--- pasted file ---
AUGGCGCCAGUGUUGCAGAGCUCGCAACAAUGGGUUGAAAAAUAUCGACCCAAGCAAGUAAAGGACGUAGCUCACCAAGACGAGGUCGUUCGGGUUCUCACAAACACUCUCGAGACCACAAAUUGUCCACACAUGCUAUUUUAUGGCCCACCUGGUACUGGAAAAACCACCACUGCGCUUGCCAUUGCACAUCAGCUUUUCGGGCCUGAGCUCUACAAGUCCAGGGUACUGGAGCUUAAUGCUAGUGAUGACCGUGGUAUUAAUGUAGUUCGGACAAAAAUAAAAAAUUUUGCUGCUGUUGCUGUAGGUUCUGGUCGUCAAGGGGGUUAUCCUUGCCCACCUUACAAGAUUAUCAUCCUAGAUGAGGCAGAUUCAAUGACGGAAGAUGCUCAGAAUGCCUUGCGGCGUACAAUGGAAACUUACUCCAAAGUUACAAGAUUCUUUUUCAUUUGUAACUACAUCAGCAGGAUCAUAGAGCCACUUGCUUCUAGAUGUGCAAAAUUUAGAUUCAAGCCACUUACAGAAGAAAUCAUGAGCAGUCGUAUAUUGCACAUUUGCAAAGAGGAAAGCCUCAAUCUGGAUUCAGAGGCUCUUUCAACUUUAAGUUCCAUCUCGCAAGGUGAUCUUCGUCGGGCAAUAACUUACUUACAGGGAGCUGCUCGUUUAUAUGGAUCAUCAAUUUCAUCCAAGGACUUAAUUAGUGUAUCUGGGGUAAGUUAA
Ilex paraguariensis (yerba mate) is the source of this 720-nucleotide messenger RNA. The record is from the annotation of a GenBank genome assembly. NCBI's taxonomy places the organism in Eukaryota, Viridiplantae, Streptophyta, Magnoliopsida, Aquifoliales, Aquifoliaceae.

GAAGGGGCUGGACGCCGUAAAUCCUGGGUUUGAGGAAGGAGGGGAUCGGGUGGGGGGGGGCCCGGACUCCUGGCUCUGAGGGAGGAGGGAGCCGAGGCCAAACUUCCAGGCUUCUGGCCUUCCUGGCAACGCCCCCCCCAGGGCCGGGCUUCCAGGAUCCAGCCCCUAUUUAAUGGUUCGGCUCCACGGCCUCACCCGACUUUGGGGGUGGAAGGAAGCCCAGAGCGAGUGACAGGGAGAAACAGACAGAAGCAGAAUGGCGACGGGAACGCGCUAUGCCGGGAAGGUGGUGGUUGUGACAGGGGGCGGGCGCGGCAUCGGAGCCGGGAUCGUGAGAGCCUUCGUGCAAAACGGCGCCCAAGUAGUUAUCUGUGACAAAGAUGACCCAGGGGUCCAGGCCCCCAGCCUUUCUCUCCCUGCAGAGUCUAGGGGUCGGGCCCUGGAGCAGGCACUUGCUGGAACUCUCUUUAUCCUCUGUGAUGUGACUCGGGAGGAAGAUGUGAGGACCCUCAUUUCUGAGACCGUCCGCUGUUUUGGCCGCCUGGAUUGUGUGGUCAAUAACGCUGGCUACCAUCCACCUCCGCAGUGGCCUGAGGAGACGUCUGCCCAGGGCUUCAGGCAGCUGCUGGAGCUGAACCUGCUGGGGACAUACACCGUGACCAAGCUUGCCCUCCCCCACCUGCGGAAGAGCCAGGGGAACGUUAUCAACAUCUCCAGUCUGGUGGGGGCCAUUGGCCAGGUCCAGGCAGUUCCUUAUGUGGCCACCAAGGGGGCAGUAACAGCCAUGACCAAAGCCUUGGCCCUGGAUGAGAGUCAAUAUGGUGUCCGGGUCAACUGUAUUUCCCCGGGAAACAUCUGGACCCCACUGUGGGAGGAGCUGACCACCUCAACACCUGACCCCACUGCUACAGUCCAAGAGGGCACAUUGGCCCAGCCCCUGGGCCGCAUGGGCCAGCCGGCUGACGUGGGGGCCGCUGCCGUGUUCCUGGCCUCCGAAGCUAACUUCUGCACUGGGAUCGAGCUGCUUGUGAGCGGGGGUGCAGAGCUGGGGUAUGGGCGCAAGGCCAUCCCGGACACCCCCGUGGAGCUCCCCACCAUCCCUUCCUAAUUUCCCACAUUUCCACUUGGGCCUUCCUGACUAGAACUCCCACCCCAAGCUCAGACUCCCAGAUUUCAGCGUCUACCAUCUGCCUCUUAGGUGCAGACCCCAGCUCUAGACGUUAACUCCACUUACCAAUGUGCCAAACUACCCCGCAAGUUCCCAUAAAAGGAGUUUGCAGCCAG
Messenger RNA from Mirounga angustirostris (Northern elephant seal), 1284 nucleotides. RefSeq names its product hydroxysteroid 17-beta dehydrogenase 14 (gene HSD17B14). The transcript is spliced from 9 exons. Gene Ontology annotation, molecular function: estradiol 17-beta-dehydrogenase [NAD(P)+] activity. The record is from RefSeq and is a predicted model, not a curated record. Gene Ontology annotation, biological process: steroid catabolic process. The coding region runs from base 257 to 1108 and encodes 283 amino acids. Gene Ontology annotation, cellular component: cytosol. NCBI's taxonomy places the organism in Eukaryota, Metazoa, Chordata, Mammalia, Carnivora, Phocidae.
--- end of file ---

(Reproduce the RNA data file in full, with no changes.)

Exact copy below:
AUGGCGCCAGUGUUGCAGAGCUCGCAACAAUGGGUUGAAAAAUAUCGACCCAAGCAAGUAAAGGACGUAGCUCACCAAGACGAGGUCGUUCGGGUUCUCACAAACACUCUCGAGACCACAAAUUGUCCACACAUGCUAUUUUAUGGCCCACCUGGUACUGGAAAAACCACCACUGCGCUUGCCAUUGCACAUCAGCUUUUCGGGCCUGAGCUCUACAAGUCCAGGGUACUGGAGCUUAAUGCUAGUGAUGACCGUGGUAUUAAUGUAGUUCGGACAAAAAUAAAAAAUUUUGCUGCUGUUGCUGUAGGUUCUGGUCGUCAAGGGGGUUAUCCUUGCCCACCUUACAAGAUUAUCAUCCUAGAUGAGGCAGAUUCAAUGACGGAAGAUGCUCAGAAUGCCUUGCGGCGUACAAUGGAAACUUACUCCAAAGUUACAAGAUUCUUUUUCAUUUGUAACUACAUCAGCAGGAUCAUAGAGCCACUUGCUUCUAGAUGUGCAAAAUUUAGAUUCAAGCCACUUACAGAAGAAAUCAUGAGCAGUCGUAUAUUGCACAUUUGCAAAGAGGAAAGCCUCAAUCUGGAUUCAGAGGCUCUUUCAACUUUAAGUUCCAUCUCGCAAGGUGAUCUUCGUCGGGCAAUAACUUACUUACAGGGAGCUGCUCGUUUAUAUGGAUCAUCAAUUUCAUCCAAGGACUUAAUUAGUGUAUCUGGGGUAAGUUAA
Ilex paraguariensis (yerba mate) is the source of this 720-nucleotide messenger RNA. The record is from the annotation of a GenBank genome assembly. NCBI's taxonomy places the organism in Eukaryota, Viridiplantae, Streptophyta, Magnoliopsida, Aquifoliales, Aquifoliaceae.

GAAGGGGCUGGACGCCGUAAAUCCUGGGUUUGAGGAAGGAGGGGAUCGGGUGGGGGGGGGCCCGGACUCCUGGCUCUGAGGGAGGAGGGAGCCGAGGCCAAACUUCCAGGCUUCUGGCCUUCCUGGCAACGCCCCCCCCAGGGCCGGGCUUCCAGGAUCCAGCCCCUAUUUAAUGGUUCGGCUCCACGGCCUCACCCGACUUUGGGGGUGGAAGGAAGCCCAGAGCGAGUGACAGGGAGAAACAGACAGAAGCAGAAUGGCGACGGGAACGCGCUAUGCCGGGAAGGUGGUGGUUGUGACAGGGGGCGGGCGCGGCAUCGGAGCCGGGAUCGUGAGAGCCUUCGUGCAAAACGGCGCCCAAGUAGUUAUCUGUGACAAAGAUGACCCAGGGGUCCAGGCCCCCAGCCUUUCUCUCCCUGCAGAGUCUAGGGGUCGGGCCCUGGAGCAGGCACUUGCUGGAACUCUCUUUAUCCUCUGUGAUGUGACUCGGGAGGAAGAUGUGAGGACCCUCAUUUCUGAGACCGUCCGCUGUUUUGGCCGCCUGGAUUGUGUGGUCAAUAACGCUGGCUACCAUCCACCUCCGCAGUGGCCUGAGGAGACGUCUGCCCAGGGCUUCAGGCAGCUGCUGGAGCUGAACCUGCUGGGGACAUACACCGUGACCAAGCUUGCCCUCCCCCACCUGCGGAAGAGCCAGGGGAACGUUAUCAACAUCUCCAGUCUGGUGGGGGCCAUUGGCCAGGUCCAGGCAGUUCCUUAUGUGGCCACCAAGGGGGCAGUAACAGCCAUGACCAAAGCCUUGGCCCUGGAUGAGAGUCAAUAUGGUGUCCGGGUCAACUGUAUUUCCCCGGGAAACAUCUGGACCCCACUGUGGGAGGAGCUGACCACCUCAACACCUGACCCCACUGCUACAGUCCAAGAGGGCACAUUGGCCCAGCCCCUGGGCCGCAUGGGCCAGCCGGCUGACGUGGGGGCCGCUGCCGUGUUCCUGGCCUCCGAAGCUAACUUCUGCACUGGGAUCGAGCUGCUUGUGAGCGGGGGUGCAGAGCUGGGGUAUGGGCGCAAGGCCAUCCCGGACACCCCCGUGGAGCUCCCCACCAUCCCUUCCUAAUUUCCCACAUUUCCACUUGGGCCUUCCUGACUAGAACUCCCACCCCAAGCUCAGACUCCCAGAUUUCAGCGUCUACCAUCUGCCUCUUAGGUGCAGACCCCAGCUCUAGACGUUAACUCCACUUACCAAUGUGCCAAACUACCCCGCAAGUUCCCAUAAAAGGAGUUUGCAGCCAG
Messenger RNA from Mirounga angustirostris (Northern elephant seal), 1284 nucleotides. RefSeq names its product hydroxysteroid 17-beta dehydrogenase 14 (gene HSD17B14). The transcript is spliced from 9 exons. Gene Ontology annotation, molecular function: estradiol 17-beta-dehydrogenase [NAD(P)+] activity. The record is from RefSeq and is a predicted model, not a curated record. Gene Ontology annotation, biological process: steroid catabolic process. The coding region runs from base 257 to 1108 and encodes 283 amino acids. Gene Ontology annotation, cellular component: cytosol. NCBI's taxonomy places the organism in Eukaryota, Metazoa, Chordata, Mammalia, Carnivora, Phocidae.